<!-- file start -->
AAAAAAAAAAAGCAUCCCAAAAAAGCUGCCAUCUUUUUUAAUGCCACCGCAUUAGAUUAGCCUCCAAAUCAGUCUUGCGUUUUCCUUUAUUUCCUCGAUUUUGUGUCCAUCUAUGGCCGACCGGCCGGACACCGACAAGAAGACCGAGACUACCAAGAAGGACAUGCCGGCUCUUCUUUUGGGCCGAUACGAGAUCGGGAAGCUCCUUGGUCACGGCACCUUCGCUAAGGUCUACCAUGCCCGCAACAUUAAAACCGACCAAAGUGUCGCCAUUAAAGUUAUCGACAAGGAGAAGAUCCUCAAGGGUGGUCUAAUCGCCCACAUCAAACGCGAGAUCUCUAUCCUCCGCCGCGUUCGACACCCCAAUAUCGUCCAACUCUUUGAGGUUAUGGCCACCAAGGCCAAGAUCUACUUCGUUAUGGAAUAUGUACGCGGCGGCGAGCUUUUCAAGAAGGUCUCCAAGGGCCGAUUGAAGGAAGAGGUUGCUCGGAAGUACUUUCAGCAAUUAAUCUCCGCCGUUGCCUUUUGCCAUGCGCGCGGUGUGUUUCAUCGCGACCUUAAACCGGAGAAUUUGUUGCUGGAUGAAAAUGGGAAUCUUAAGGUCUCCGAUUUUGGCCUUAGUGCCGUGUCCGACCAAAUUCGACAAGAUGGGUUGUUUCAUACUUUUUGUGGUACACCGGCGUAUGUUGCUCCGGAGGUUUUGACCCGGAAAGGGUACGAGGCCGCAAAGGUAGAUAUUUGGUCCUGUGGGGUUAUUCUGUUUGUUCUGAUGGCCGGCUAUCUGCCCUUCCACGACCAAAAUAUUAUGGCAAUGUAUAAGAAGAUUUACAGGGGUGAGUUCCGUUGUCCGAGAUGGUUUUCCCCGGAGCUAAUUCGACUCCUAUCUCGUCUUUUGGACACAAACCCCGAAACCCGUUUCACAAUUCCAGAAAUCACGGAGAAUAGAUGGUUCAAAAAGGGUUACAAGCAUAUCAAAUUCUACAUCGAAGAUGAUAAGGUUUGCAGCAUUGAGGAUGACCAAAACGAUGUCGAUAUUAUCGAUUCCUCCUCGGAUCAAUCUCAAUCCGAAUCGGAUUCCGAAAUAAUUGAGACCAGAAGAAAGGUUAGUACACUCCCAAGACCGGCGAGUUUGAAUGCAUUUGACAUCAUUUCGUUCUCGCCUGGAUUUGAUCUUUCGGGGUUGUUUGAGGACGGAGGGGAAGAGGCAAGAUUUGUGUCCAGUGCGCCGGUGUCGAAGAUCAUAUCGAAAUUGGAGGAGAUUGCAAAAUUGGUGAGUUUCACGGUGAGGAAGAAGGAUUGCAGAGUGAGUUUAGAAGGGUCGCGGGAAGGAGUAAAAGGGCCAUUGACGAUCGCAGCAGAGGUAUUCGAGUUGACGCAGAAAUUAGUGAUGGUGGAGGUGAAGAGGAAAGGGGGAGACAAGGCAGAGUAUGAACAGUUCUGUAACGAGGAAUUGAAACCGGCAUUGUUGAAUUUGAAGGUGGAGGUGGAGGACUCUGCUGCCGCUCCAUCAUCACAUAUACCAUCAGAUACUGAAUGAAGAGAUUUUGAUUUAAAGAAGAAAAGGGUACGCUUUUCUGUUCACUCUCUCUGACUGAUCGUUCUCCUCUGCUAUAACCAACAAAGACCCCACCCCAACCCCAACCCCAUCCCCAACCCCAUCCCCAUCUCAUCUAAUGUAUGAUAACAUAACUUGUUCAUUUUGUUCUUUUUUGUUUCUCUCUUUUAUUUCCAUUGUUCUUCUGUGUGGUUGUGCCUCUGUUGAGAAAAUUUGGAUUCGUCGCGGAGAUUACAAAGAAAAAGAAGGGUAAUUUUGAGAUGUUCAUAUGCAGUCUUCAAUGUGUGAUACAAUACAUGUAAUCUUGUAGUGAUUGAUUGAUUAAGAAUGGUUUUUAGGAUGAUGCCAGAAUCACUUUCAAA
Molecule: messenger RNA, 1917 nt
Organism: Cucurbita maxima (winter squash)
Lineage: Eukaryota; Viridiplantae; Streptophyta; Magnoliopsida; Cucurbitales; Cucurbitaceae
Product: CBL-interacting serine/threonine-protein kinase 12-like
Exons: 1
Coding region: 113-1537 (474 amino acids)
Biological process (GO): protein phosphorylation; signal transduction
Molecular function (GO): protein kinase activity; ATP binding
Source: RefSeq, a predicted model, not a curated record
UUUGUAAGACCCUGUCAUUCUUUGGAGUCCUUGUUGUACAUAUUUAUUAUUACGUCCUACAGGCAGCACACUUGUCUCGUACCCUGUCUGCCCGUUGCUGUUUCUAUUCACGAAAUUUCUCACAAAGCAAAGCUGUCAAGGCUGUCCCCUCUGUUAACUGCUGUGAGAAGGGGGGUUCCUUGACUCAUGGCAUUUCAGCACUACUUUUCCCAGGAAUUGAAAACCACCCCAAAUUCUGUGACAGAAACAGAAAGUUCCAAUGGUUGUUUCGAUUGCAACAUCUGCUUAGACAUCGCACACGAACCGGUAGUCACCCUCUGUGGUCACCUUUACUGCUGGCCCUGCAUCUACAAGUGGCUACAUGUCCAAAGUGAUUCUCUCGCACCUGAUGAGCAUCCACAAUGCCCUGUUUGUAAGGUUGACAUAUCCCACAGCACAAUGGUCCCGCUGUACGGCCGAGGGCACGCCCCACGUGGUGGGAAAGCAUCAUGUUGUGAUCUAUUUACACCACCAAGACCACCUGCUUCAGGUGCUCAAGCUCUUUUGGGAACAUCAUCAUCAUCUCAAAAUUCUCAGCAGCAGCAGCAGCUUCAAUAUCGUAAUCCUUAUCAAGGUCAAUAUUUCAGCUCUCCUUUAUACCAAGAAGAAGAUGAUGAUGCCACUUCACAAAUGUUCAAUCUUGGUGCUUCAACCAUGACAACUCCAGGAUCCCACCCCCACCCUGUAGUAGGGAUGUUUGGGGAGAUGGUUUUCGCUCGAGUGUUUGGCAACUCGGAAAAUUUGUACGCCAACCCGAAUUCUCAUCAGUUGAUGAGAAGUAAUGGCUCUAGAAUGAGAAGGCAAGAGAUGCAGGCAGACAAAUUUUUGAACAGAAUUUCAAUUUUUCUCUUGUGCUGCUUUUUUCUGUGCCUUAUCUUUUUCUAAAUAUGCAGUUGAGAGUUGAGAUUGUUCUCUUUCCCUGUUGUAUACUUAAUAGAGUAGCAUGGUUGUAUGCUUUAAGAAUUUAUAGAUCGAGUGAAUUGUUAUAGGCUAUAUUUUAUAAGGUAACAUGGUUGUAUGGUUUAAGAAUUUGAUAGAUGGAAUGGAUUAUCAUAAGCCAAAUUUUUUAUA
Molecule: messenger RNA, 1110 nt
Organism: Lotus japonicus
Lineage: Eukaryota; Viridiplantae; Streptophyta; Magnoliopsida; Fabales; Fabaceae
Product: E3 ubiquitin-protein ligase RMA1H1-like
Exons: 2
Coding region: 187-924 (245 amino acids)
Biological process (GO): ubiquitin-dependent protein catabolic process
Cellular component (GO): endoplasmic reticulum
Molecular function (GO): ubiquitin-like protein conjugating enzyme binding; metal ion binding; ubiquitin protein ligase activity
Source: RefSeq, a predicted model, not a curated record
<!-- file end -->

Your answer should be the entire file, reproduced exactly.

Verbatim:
AAAAAAAAAAAGCAUCCCAAAAAAGCUGCCAUCUUUUUUAAUGCCACCGCAUUAGAUUAGCCUCCAAAUCAGUCUUGCGUUUUCCUUUAUUUCCUCGAUUUUGUGUCCAUCUAUGGCCGACCGGCCGGACACCGACAAGAAGACCGAGACUACCAAGAAGGACAUGCCGGCUCUUCUUUUGGGCCGAUACGAGAUCGGGAAGCUCCUUGGUCACGGCACCUUCGCUAAGGUCUACCAUGCCCGCAACAUUAAAACCGACCAAAGUGUCGCCAUUAAAGUUAUCGACAAGGAGAAGAUCCUCAAGGGUGGUCUAAUCGCCCACAUCAAACGCGAGAUCUCUAUCCUCCGCCGCGUUCGACACCCCAAUAUCGUCCAACUCUUUGAGGUUAUGGCCACCAAGGCCAAGAUCUACUUCGUUAUGGAAUAUGUACGCGGCGGCGAGCUUUUCAAGAAGGUCUCCAAGGGCCGAUUGAAGGAAGAGGUUGCUCGGAAGUACUUUCAGCAAUUAAUCUCCGCCGUUGCCUUUUGCCAUGCGCGCGGUGUGUUUCAUCGCGACCUUAAACCGGAGAAUUUGUUGCUGGAUGAAAAUGGGAAUCUUAAGGUCUCCGAUUUUGGCCUUAGUGCCGUGUCCGACCAAAUUCGACAAGAUGGGUUGUUUCAUACUUUUUGUGGUACACCGGCGUAUGUUGCUCCGGAGGUUUUGACCCGGAAAGGGUACGAGGCCGCAAAGGUAGAUAUUUGGUCCUGUGGGGUUAUUCUGUUUGUUCUGAUGGCCGGCUAUCUGCCCUUCCACGACCAAAAUAUUAUGGCAAUGUAUAAGAAGAUUUACAGGGGUGAGUUCCGUUGUCCGAGAUGGUUUUCCCCGGAGCUAAUUCGACUCCUAUCUCGUCUUUUGGACACAAACCCCGAAACCCGUUUCACAAUUCCAGAAAUCACGGAGAAUAGAUGGUUCAAAAAGGGUUACAAGCAUAUCAAAUUCUACAUCGAAGAUGAUAAGGUUUGCAGCAUUGAGGAUGACCAAAACGAUGUCGAUAUUAUCGAUUCCUCCUCGGAUCAAUCUCAAUCCGAAUCGGAUUCCGAAAUAAUUGAGACCAGAAGAAAGGUUAGUACACUCCCAAGACCGGCGAGUUUGAAUGCAUUUGACAUCAUUUCGUUCUCGCCUGGAUUUGAUCUUUCGGGGUUGUUUGAGGACGGAGGGGAAGAGGCAAGAUUUGUGUCCAGUGCGCCGGUGUCGAAGAUCAUAUCGAAAUUGGAGGAGAUUGCAAAAUUGGUGAGUUUCACGGUGAGGAAGAAGGAUUGCAGAGUGAGUUUAGAAGGGUCGCGGGAAGGAGUAAAAGGGCCAUUGACGAUCGCAGCAGAGGUAUUCGAGUUGACGCAGAAAUUAGUGAUGGUGGAGGUGAAGAGGAAAGGGGGAGACAAGGCAGAGUAUGAACAGUUCUGUAACGAGGAAUUGAAACCGGCAUUGUUGAAUUUGAAGGUGGAGGUGGAGGACUCUGCUGCCGCUCCAUCAUCACAUAUACCAUCAGAUACUGAAUGAAGAGAUUUUGAUUUAAAGAAGAAAAGGGUACGCUUUUCUGUUCACUCUCUCUGACUGAUCGUUCUCCUCUGCUAUAACCAACAAAGACCCCACCCCAACCCCAACCCCAUCCCCAACCCCAUCCCCAUCUCAUCUAAUGUAUGAUAACAUAACUUGUUCAUUUUGUUCUUUUUUGUUUCUCUCUUUUAUUUCCAUUGUUCUUCUGUGUGGUUGUGCCUCUGUUGAGAAAAUUUGGAUUCGUCGCGGAGAUUACAAAGAAAAAGAAGGGUAAUUUUGAGAUGUUCAUAUGCAGUCUUCAAUGUGUGAUACAAUACAUGUAAUCUUGUAGUGAUUGAUUGAUUAAGAAUGGUUUUUAGGAUGAUGCCAGAAUCACUUUCAAA
Molecule: messenger RNA, 1917 nt
Organism: Cucurbita maxima (winter squash)
Lineage: Eukaryota; Viridiplantae; Streptophyta; Magnoliopsida; Cucurbitales; Cucurbitaceae
Product: CBL-interacting serine/threonine-protein kinase 12-like
Exons: 1
Coding region: 113-1537 (474 amino acids)
Biological process (GO): protein phosphorylation; signal transduction
Molecular function (GO): protein kinase activity; ATP binding
Source: RefSeq, a predicted model, not a curated record
UUUGUAAGACCCUGUCAUUCUUUGGAGUCCUUGUUGUACAUAUUUAUUAUUACGUCCUACAGGCAGCACACUUGUCUCGUACCCUGUCUGCCCGUUGCUGUUUCUAUUCACGAAAUUUCUCACAAAGCAAAGCUGUCAAGGCUGUCCCCUCUGUUAACUGCUGUGAGAAGGGGGGUUCCUUGACUCAUGGCAUUUCAGCACUACUUUUCCCAGGAAUUGAAAACCACCCCAAAUUCUGUGACAGAAACAGAAAGUUCCAAUGGUUGUUUCGAUUGCAACAUCUGCUUAGACAUCGCACACGAACCGGUAGUCACCCUCUGUGGUCACCUUUACUGCUGGCCCUGCAUCUACAAGUGGCUACAUGUCCAAAGUGAUUCUCUCGCACCUGAUGAGCAUCCACAAUGCCCUGUUUGUAAGGUUGACAUAUCCCACAGCACAAUGGUCCCGCUGUACGGCCGAGGGCACGCCCCACGUGGUGGGAAAGCAUCAUGUUGUGAUCUAUUUACACCACCAAGACCACCUGCUUCAGGUGCUCAAGCUCUUUUGGGAACAUCAUCAUCAUCUCAAAAUUCUCAGCAGCAGCAGCAGCUUCAAUAUCGUAAUCCUUAUCAAGGUCAAUAUUUCAGCUCUCCUUUAUACCAAGAAGAAGAUGAUGAUGCCACUUCACAAAUGUUCAAUCUUGGUGCUUCAACCAUGACAACUCCAGGAUCCCACCCCCACCCUGUAGUAGGGAUGUUUGGGGAGAUGGUUUUCGCUCGAGUGUUUGGCAACUCGGAAAAUUUGUACGCCAACCCGAAUUCUCAUCAGUUGAUGAGAAGUAAUGGCUCUAGAAUGAGAAGGCAAGAGAUGCAGGCAGACAAAUUUUUGAACAGAAUUUCAAUUUUUCUCUUGUGCUGCUUUUUUCUGUGCCUUAUCUUUUUCUAAAUAUGCAGUUGAGAGUUGAGAUUGUUCUCUUUCCCUGUUGUAUACUUAAUAGAGUAGCAUGGUUGUAUGCUUUAAGAAUUUAUAGAUCGAGUGAAUUGUUAUAGGCUAUAUUUUAUAAGGUAACAUGGUUGUAUGGUUUAAGAAUUUGAUAGAUGGAAUGGAUUAUCAUAAGCCAAAUUUUUUAUA
Molecule: messenger RNA, 1110 nt
Organism: Lotus japonicus
Lineage: Eukaryota; Viridiplantae; Streptophyta; Magnoliopsida; Fabales; Fabaceae
Product: E3 ubiquitin-protein ligase RMA1H1-like
Exons: 2
Coding region: 187-924 (245 amino acids)
Biological process (GO): ubiquitin-dependent protein catabolic process
Cellular component (GO): endoplasmic reticulum
Molecular function (GO): ubiquitin-like protein conjugating enzyme binding; metal ion binding; ubiquitin protein ligase activity
Source: RefSeq, a predicted model, not a curated record